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For instance, it took Bill Gates 25 years to sell his Microsoft stock. These guys at least have the choice to sell if they truly want to. Due to stock vesting, many smaller billionaires have no other option. If a business is going through a difficult time, the owners typically don't want top level executives or employees to sell off a lot of stock. These folks selling would just lead to a further decline in the shares and worsen the company's financial situation. Therefore, the majority of businesses implement a stock vesting policy that prohibits employees from selling their stock for a predetermined amount of time. For example, the vesting period is 4 years for Google and Apple. Thus, even while it's technically true that Sundar Pichai or Tim Cook made $281 million or $265 million respectively last year, they won't actually have access to that money for many more years. Merely their cash reward, which for Sundar Pichai is only $650,000, is available to them immediately. As a result, even though someone like Sundar or Tim can comfortably afford a $20 million or $30 million property on paper, they are forced to pay over time since they lack the funds up front.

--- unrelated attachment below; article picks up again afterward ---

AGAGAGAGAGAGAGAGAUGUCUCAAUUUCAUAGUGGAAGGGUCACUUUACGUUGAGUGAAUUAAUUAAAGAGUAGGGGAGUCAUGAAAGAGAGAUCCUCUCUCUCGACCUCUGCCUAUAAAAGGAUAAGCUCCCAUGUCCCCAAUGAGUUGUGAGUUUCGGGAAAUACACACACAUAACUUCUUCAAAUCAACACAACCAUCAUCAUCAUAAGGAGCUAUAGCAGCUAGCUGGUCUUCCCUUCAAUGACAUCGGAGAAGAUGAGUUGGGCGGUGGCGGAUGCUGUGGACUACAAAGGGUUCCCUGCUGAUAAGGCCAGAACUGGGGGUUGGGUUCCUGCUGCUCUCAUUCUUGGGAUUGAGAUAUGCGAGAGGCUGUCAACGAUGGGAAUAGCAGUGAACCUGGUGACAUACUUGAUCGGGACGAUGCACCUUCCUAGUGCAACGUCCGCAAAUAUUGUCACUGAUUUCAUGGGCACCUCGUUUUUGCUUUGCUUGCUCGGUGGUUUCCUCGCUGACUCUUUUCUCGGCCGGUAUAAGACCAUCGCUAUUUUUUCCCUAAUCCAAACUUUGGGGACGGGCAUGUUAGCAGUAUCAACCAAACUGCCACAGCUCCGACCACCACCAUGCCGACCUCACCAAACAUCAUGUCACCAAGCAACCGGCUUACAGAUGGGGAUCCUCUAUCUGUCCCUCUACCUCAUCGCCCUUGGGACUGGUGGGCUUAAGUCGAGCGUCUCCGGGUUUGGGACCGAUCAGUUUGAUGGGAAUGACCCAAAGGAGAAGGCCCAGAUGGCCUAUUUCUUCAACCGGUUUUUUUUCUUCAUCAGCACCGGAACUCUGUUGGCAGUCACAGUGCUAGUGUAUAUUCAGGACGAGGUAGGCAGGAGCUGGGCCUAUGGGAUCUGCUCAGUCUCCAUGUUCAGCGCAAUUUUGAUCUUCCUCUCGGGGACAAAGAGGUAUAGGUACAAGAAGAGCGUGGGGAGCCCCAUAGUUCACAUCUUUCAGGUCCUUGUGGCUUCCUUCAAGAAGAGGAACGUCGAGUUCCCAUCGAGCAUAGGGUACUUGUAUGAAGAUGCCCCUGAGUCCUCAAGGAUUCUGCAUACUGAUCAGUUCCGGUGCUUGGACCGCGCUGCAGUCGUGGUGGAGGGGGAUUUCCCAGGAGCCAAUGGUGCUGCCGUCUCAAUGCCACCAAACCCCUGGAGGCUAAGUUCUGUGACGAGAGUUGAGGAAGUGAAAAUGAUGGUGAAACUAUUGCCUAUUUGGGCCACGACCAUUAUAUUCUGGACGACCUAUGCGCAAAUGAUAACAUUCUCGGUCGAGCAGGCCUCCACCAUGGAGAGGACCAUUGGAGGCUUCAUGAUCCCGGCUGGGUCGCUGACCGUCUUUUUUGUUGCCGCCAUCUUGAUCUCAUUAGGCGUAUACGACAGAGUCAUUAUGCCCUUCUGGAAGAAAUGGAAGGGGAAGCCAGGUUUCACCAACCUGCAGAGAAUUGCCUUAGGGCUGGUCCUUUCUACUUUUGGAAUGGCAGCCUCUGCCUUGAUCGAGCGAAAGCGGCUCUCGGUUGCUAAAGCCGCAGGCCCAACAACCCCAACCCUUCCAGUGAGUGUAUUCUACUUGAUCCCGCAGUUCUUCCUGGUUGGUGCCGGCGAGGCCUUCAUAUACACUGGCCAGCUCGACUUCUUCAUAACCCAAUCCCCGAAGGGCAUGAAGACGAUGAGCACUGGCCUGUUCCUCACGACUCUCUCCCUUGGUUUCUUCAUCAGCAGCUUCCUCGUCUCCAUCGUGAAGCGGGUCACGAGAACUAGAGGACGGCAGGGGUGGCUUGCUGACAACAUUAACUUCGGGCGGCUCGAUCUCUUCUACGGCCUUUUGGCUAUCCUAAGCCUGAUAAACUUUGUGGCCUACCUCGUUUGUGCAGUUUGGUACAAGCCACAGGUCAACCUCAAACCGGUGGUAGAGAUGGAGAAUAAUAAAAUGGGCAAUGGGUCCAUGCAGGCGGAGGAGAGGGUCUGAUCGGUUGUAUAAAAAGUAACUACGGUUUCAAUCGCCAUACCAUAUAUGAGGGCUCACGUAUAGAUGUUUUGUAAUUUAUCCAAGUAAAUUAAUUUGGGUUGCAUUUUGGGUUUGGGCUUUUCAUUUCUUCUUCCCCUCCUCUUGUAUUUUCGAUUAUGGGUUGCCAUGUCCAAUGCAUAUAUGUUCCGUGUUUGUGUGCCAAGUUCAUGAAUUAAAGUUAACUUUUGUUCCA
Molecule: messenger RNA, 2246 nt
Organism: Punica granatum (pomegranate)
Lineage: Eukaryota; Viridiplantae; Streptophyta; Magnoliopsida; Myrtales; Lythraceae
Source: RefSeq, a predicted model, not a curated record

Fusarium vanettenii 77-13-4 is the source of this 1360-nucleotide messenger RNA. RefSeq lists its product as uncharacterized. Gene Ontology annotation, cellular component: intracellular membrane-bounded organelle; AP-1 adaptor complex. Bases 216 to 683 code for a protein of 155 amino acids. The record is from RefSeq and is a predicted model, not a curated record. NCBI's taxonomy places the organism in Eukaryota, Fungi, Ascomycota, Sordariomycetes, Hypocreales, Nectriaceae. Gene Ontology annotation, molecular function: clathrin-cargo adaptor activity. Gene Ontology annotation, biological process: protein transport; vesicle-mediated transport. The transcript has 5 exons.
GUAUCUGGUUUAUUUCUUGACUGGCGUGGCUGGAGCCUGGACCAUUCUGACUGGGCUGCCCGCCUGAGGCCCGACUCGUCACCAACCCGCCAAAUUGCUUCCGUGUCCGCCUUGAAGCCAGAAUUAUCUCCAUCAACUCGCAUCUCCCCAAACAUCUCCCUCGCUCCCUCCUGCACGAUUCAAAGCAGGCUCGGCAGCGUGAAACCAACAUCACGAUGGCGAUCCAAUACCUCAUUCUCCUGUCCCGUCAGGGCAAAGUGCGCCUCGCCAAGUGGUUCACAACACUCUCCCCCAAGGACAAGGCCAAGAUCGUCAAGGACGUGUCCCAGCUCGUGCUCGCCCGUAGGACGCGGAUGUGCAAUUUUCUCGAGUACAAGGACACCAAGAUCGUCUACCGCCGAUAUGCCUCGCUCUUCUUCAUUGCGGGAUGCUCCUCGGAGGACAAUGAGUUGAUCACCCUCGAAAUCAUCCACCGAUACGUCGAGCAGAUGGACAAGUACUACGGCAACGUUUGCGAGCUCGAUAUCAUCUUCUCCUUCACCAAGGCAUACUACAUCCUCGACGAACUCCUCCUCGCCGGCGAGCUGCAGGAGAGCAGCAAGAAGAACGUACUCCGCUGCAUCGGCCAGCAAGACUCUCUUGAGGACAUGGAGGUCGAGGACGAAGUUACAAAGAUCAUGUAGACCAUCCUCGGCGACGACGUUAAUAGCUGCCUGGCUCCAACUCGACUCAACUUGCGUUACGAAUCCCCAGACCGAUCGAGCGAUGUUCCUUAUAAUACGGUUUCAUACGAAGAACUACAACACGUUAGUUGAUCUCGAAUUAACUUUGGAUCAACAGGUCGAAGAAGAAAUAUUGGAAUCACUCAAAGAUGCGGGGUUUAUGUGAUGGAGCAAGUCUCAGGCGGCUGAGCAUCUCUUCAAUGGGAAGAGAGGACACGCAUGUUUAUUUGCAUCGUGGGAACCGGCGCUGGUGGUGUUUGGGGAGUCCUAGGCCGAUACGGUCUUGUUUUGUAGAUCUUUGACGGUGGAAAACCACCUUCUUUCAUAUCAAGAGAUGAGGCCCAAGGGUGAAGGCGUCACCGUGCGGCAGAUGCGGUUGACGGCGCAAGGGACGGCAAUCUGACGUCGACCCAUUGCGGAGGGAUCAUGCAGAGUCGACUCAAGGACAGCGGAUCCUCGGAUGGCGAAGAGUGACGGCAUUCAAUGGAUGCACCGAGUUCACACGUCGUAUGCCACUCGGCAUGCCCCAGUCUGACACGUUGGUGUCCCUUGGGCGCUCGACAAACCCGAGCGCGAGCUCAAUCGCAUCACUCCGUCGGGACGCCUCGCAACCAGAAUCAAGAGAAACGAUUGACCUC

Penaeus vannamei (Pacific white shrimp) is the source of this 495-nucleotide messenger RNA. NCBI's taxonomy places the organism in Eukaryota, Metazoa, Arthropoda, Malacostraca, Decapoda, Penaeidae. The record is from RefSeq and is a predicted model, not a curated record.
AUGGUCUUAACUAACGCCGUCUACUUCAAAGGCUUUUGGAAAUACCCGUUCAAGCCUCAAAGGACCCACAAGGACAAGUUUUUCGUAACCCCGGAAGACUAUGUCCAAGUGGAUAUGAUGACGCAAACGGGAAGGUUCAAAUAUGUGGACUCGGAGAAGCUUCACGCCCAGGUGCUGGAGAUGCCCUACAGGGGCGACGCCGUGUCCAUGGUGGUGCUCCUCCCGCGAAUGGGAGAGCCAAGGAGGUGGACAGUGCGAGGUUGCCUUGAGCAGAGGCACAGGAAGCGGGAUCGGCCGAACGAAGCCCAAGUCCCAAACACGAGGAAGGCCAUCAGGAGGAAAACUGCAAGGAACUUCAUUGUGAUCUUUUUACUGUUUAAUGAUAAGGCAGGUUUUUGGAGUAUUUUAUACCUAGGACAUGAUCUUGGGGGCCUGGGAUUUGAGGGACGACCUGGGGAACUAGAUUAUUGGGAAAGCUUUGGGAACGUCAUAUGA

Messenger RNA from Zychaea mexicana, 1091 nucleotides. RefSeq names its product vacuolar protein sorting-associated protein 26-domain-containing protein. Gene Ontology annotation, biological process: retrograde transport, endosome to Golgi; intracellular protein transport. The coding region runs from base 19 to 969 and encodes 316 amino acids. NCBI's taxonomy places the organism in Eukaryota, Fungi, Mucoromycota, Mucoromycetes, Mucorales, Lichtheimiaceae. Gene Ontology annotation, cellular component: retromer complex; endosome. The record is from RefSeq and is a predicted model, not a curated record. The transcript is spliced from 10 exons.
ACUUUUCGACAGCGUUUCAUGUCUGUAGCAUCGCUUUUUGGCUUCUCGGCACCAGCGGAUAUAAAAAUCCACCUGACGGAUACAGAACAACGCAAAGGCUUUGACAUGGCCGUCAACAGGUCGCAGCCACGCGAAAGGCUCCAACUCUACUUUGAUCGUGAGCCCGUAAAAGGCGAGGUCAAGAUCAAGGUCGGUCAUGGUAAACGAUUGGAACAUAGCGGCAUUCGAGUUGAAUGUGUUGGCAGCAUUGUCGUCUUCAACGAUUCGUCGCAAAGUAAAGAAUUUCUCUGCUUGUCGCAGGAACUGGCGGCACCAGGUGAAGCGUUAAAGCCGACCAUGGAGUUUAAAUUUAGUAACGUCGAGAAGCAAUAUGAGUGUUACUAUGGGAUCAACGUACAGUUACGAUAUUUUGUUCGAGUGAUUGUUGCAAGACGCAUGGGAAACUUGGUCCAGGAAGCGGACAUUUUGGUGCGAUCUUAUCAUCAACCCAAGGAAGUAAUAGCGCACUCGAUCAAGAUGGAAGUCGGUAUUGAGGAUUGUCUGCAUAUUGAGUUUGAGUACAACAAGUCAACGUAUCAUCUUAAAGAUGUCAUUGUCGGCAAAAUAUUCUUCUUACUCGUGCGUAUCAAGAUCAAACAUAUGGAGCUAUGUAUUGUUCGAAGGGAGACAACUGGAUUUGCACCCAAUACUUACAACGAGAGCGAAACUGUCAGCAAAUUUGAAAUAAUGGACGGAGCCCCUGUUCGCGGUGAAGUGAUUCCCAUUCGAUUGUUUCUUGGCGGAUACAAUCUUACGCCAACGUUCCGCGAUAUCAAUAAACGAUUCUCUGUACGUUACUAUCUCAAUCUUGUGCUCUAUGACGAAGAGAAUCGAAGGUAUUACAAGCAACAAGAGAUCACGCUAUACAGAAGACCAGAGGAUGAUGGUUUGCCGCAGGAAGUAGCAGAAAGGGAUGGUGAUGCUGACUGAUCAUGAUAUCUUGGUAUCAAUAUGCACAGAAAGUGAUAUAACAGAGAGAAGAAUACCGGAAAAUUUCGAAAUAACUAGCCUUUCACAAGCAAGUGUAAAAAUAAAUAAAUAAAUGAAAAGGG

Minimizing Taxes

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While improving returns and maintaining liquidity are important factors, we haven't even touched on taxes. Many people believe that billionaires should pay far higher taxes, but in reality, this wouldn't even make a difference because these people employ various smart tax evasion techniques, one of which is borrowing money. Even though they'll have to pay 3 or 5 percent interest on their loans, they'll be able to save a lot more money in taxes.


Long-term capital gains are currently taxed at a rate of 20 percent. Additionally, you'll have to deal with state income taxes if you reside in California like many of these billionaires do. You'll have to pay California the entire 13.3 percent tax rate because it doesn't distinguish between capital gains and ordinary income. This indicates that your overall tax burden is 33.3 percent. I'm not here to debate whether this is a fair price or not, but this makes it very difficult for billionaires to sell their stock.


Given Elon's $61 million mortgage, we previously estimated that, if he had paid for these homes in cash, Elon would have forfeited $1.3 billion, but this figure excludes taxes. Elon would have had to sell $91.5 million worth of stock to pay for these properties altogether if we add a 33.3 percent tax. Again, assuming that the value of the Tesla stock has increased 23 times since Elon purchased these properties, $91.5 million now is equivalent to $2.1 billion, suggesting that Elon would have outright lost $2 billion. And looking ahead, the $91.5 million acquisition, which was a tiny percentage of Elon's wealth even in 2019, would be worth $10 billion if Tesla grows by 5x within the next 10 to 20 years.